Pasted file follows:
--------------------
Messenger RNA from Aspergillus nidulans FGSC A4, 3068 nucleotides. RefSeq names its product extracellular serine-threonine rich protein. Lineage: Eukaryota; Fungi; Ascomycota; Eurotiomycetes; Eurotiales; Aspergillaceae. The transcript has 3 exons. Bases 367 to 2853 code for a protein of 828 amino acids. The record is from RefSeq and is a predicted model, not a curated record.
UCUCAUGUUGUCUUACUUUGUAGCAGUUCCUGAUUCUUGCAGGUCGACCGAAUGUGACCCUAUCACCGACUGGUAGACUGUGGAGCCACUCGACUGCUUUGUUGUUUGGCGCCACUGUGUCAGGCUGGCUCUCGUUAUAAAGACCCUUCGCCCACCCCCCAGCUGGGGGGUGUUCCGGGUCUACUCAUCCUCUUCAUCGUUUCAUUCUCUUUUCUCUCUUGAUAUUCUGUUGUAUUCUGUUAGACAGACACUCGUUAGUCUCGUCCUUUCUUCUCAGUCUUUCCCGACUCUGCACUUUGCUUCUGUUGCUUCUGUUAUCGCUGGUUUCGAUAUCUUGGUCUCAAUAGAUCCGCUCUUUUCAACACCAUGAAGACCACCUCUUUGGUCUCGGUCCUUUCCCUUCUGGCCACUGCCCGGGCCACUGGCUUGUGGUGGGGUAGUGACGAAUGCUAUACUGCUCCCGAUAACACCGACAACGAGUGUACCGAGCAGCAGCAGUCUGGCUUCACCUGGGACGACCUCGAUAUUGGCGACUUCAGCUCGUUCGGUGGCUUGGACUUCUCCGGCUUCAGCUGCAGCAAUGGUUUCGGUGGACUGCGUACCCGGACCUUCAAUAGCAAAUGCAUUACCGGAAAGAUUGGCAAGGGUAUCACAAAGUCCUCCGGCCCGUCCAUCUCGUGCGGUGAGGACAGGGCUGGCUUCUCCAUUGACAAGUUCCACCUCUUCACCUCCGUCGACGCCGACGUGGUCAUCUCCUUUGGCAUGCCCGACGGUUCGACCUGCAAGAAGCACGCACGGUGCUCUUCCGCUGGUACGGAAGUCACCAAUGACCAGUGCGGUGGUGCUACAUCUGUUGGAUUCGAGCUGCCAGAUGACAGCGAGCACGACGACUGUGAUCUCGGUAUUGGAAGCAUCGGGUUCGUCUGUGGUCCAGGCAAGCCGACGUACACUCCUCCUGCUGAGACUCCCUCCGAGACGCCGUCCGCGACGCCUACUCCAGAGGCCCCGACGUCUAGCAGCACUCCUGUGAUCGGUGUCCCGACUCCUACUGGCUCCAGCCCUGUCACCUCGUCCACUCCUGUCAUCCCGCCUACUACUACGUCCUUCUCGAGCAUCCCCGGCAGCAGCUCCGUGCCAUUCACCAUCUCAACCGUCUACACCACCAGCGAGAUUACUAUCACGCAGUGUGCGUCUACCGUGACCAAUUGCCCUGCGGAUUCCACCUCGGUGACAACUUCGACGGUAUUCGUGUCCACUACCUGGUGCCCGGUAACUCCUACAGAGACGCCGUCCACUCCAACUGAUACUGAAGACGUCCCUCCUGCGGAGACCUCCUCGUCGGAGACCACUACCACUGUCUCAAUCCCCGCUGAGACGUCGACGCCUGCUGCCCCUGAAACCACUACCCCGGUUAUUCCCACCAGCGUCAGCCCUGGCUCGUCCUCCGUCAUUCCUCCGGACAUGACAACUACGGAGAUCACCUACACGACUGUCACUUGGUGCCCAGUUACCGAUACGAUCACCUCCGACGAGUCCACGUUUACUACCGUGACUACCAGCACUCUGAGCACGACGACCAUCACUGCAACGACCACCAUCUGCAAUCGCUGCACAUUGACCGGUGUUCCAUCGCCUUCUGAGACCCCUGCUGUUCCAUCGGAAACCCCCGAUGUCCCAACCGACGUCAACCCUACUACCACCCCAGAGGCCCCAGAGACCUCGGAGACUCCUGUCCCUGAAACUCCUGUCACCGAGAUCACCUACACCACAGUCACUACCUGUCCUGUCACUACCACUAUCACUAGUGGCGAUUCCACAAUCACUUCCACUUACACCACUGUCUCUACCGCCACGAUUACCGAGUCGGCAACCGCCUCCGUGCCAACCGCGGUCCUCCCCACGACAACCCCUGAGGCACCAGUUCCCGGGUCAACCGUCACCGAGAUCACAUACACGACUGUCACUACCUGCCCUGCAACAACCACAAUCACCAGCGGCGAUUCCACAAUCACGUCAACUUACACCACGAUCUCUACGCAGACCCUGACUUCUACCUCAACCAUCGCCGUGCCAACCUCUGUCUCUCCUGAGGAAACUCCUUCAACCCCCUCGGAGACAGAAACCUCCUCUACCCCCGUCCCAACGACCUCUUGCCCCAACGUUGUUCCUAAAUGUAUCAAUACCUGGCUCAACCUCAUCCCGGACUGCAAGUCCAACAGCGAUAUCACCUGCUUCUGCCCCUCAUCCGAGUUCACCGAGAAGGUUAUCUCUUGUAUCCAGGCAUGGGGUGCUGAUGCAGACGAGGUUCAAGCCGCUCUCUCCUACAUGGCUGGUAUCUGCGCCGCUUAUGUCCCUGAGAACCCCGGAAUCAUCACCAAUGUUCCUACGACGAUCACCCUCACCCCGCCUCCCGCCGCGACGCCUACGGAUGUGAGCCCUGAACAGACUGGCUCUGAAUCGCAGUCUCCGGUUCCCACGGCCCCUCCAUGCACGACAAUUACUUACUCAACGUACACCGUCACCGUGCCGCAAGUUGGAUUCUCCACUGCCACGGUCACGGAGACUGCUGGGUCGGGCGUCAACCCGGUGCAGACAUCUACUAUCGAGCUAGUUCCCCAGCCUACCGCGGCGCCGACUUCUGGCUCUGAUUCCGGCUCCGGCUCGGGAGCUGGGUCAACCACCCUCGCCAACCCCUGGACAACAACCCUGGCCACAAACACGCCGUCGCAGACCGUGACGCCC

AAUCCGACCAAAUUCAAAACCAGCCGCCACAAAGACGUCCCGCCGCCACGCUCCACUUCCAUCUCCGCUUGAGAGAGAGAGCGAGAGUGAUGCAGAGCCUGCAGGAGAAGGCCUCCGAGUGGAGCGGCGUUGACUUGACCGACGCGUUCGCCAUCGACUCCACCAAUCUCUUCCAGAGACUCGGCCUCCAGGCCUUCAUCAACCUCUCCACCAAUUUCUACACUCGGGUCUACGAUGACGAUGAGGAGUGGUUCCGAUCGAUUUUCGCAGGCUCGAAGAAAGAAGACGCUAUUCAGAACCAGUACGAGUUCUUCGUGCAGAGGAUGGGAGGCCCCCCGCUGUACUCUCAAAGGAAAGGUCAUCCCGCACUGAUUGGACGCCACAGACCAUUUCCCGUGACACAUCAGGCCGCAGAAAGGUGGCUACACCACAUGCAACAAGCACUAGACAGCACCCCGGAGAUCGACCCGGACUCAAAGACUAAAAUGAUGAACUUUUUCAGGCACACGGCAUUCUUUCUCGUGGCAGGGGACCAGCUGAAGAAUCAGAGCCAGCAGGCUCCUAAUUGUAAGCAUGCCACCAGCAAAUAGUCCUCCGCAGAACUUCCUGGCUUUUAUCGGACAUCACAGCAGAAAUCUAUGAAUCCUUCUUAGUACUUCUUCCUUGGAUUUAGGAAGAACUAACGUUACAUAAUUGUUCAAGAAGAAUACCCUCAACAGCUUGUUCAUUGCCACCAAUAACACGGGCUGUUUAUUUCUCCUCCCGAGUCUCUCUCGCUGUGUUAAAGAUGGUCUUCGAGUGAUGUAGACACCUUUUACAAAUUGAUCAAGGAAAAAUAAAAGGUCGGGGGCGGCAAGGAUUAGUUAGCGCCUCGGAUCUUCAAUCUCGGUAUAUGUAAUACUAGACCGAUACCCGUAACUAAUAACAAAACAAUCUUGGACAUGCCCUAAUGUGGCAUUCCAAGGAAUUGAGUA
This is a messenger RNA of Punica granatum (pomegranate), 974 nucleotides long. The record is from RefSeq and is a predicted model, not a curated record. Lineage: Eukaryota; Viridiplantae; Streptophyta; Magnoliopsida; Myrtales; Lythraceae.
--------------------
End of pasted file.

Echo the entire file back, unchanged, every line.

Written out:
Messenger RNA from Aspergillus nidulans FGSC A4, 3068 nucleotides. RefSeq names its product extracellular serine-threonine rich protein. Lineage: Eukaryota; Fungi; Ascomycota; Eurotiomycetes; Eurotiales; Aspergillaceae. The transcript has 3 exons. Bases 367 to 2853 code for a protein of 828 amino acids. The record is from RefSeq and is a predicted model, not a curated record.
UCUCAUGUUGUCUUACUUUGUAGCAGUUCCUGAUUCUUGCAGGUCGACCGAAUGUGACCCUAUCACCGACUGGUAGACUGUGGAGCCACUCGACUGCUUUGUUGUUUGGCGCCACUGUGUCAGGCUGGCUCUCGUUAUAAAGACCCUUCGCCCACCCCCCAGCUGGGGGGUGUUCCGGGUCUACUCAUCCUCUUCAUCGUUUCAUUCUCUUUUCUCUCUUGAUAUUCUGUUGUAUUCUGUUAGACAGACACUCGUUAGUCUCGUCCUUUCUUCUCAGUCUUUCCCGACUCUGCACUUUGCUUCUGUUGCUUCUGUUAUCGCUGGUUUCGAUAUCUUGGUCUCAAUAGAUCCGCUCUUUUCAACACCAUGAAGACCACCUCUUUGGUCUCGGUCCUUUCCCUUCUGGCCACUGCCCGGGCCACUGGCUUGUGGUGGGGUAGUGACGAAUGCUAUACUGCUCCCGAUAACACCGACAACGAGUGUACCGAGCAGCAGCAGUCUGGCUUCACCUGGGACGACCUCGAUAUUGGCGACUUCAGCUCGUUCGGUGGCUUGGACUUCUCCGGCUUCAGCUGCAGCAAUGGUUUCGGUGGACUGCGUACCCGGACCUUCAAUAGCAAAUGCAUUACCGGAAAGAUUGGCAAGGGUAUCACAAAGUCCUCCGGCCCGUCCAUCUCGUGCGGUGAGGACAGGGCUGGCUUCUCCAUUGACAAGUUCCACCUCUUCACCUCCGUCGACGCCGACGUGGUCAUCUCCUUUGGCAUGCCCGACGGUUCGACCUGCAAGAAGCACGCACGGUGCUCUUCCGCUGGUACGGAAGUCACCAAUGACCAGUGCGGUGGUGCUACAUCUGUUGGAUUCGAGCUGCCAGAUGACAGCGAGCACGACGACUGUGAUCUCGGUAUUGGAAGCAUCGGGUUCGUCUGUGGUCCAGGCAAGCCGACGUACACUCCUCCUGCUGAGACUCCCUCCGAGACGCCGUCCGCGACGCCUACUCCAGAGGCCCCGACGUCUAGCAGCACUCCUGUGAUCGGUGUCCCGACUCCUACUGGCUCCAGCCCUGUCACCUCGUCCACUCCUGUCAUCCCGCCUACUACUACGUCCUUCUCGAGCAUCCCCGGCAGCAGCUCCGUGCCAUUCACCAUCUCAACCGUCUACACCACCAGCGAGAUUACUAUCACGCAGUGUGCGUCUACCGUGACCAAUUGCCCUGCGGAUUCCACCUCGGUGACAACUUCGACGGUAUUCGUGUCCACUACCUGGUGCCCGGUAACUCCUACAGAGACGCCGUCCACUCCAACUGAUACUGAAGACGUCCCUCCUGCGGAGACCUCCUCGUCGGAGACCACUACCACUGUCUCAAUCCCCGCUGAGACGUCGACGCCUGCUGCCCCUGAAACCACUACCCCGGUUAUUCCCACCAGCGUCAGCCCUGGCUCGUCCUCCGUCAUUCCUCCGGACAUGACAACUACGGAGAUCACCUACACGACUGUCACUUGGUGCCCAGUUACCGAUACGAUCACCUCCGACGAGUCCACGUUUACUACCGUGACUACCAGCACUCUGAGCACGACGACCAUCACUGCAACGACCACCAUCUGCAAUCGCUGCACAUUGACCGGUGUUCCAUCGCCUUCUGAGACCCCUGCUGUUCCAUCGGAAACCCCCGAUGUCCCAACCGACGUCAACCCUACUACCACCCCAGAGGCCCCAGAGACCUCGGAGACUCCUGUCCCUGAAACUCCUGUCACCGAGAUCACCUACACCACAGUCACUACCUGUCCUGUCACUACCACUAUCACUAGUGGCGAUUCCACAAUCACUUCCACUUACACCACUGUCUCUACCGCCACGAUUACCGAGUCGGCAACCGCCUCCGUGCCAACCGCGGUCCUCCCCACGACAACCCCUGAGGCACCAGUUCCCGGGUCAACCGUCACCGAGAUCACAUACACGACUGUCACUACCUGCCCUGCAACAACCACAAUCACCAGCGGCGAUUCCACAAUCACGUCAACUUACACCACGAUCUCUACGCAGACCCUGACUUCUACCUCAACCAUCGCCGUGCCAACCUCUGUCUCUCCUGAGGAAACUCCUUCAACCCCCUCGGAGACAGAAACCUCCUCUACCCCCGUCCCAACGACCUCUUGCCCCAACGUUGUUCCUAAAUGUAUCAAUACCUGGCUCAACCUCAUCCCGGACUGCAAGUCCAACAGCGAUAUCACCUGCUUCUGCCCCUCAUCCGAGUUCACCGAGAAGGUUAUCUCUUGUAUCCAGGCAUGGGGUGCUGAUGCAGACGAGGUUCAAGCCGCUCUCUCCUACAUGGCUGGUAUCUGCGCCGCUUAUGUCCCUGAGAACCCCGGAAUCAUCACCAAUGUUCCUACGACGAUCACCCUCACCCCGCCUCCCGCCGCGACGCCUACGGAUGUGAGCCCUGAACAGACUGGCUCUGAAUCGCAGUCUCCGGUUCCCACGGCCCCUCCAUGCACGACAAUUACUUACUCAACGUACACCGUCACCGUGCCGCAAGUUGGAUUCUCCACUGCCACGGUCACGGAGACUGCUGGGUCGGGCGUCAACCCGGUGCAGACAUCUACUAUCGAGCUAGUUCCCCAGCCUACCGCGGCGCCGACUUCUGGCUCUGAUUCCGGCUCCGGCUCGGGAGCUGGGUCAACCACCCUCGCCAACCCCUGGACAACAACCCUGGCCACAAACACGCCGUCGCAGACCGUGACGCCC

AAUCCGACCAAAUUCAAAACCAGCCGCCACAAAGACGUCCCGCCGCCACGCUCCACUUCCAUCUCCGCUUGAGAGAGAGAGCGAGAGUGAUGCAGAGCCUGCAGGAGAAGGCCUCCGAGUGGAGCGGCGUUGACUUGACCGACGCGUUCGCCAUCGACUCCACCAAUCUCUUCCAGAGACUCGGCCUCCAGGCCUUCAUCAACCUCUCCACCAAUUUCUACACUCGGGUCUACGAUGACGAUGAGGAGUGGUUCCGAUCGAUUUUCGCAGGCUCGAAGAAAGAAGACGCUAUUCAGAACCAGUACGAGUUCUUCGUGCAGAGGAUGGGAGGCCCCCCGCUGUACUCUCAAAGGAAAGGUCAUCCCGCACUGAUUGGACGCCACAGACCAUUUCCCGUGACACAUCAGGCCGCAGAAAGGUGGCUACACCACAUGCAACAAGCACUAGACAGCACCCCGGAGAUCGACCCGGACUCAAAGACUAAAAUGAUGAACUUUUUCAGGCACACGGCAUUCUUUCUCGUGGCAGGGGACCAGCUGAAGAAUCAGAGCCAGCAGGCUCCUAAUUGUAAGCAUGCCACCAGCAAAUAGUCCUCCGCAGAACUUCCUGGCUUUUAUCGGACAUCACAGCAGAAAUCUAUGAAUCCUUCUUAGUACUUCUUCCUUGGAUUUAGGAAGAACUAACGUUACAUAAUUGUUCAAGAAGAAUACCCUCAACAGCUUGUUCAUUGCCACCAAUAACACGGGCUGUUUAUUUCUCCUCCCGAGUCUCUCUCGCUGUGUUAAAGAUGGUCUUCGAGUGAUGUAGACACCUUUUACAAAUUGAUCAAGGAAAAAUAAAAGGUCGGGGGCGGCAAGGAUUAGUUAGCGCCUCGGAUCUUCAAUCUCGGUAUAUGUAAUACUAGACCGAUACCCGUAACUAAUAACAAAACAAUCUUGGACAUGCCCUAAUGUGGCAUUCCAAGGAAUUGAGUA
This is a messenger RNA of Punica granatum (pomegranate), 974 nucleotides long. The record is from RefSeq and is a predicted model, not a curated record. Lineage: Eukaryota; Viridiplantae; Streptophyta; Magnoliopsida; Myrtales; Lythraceae.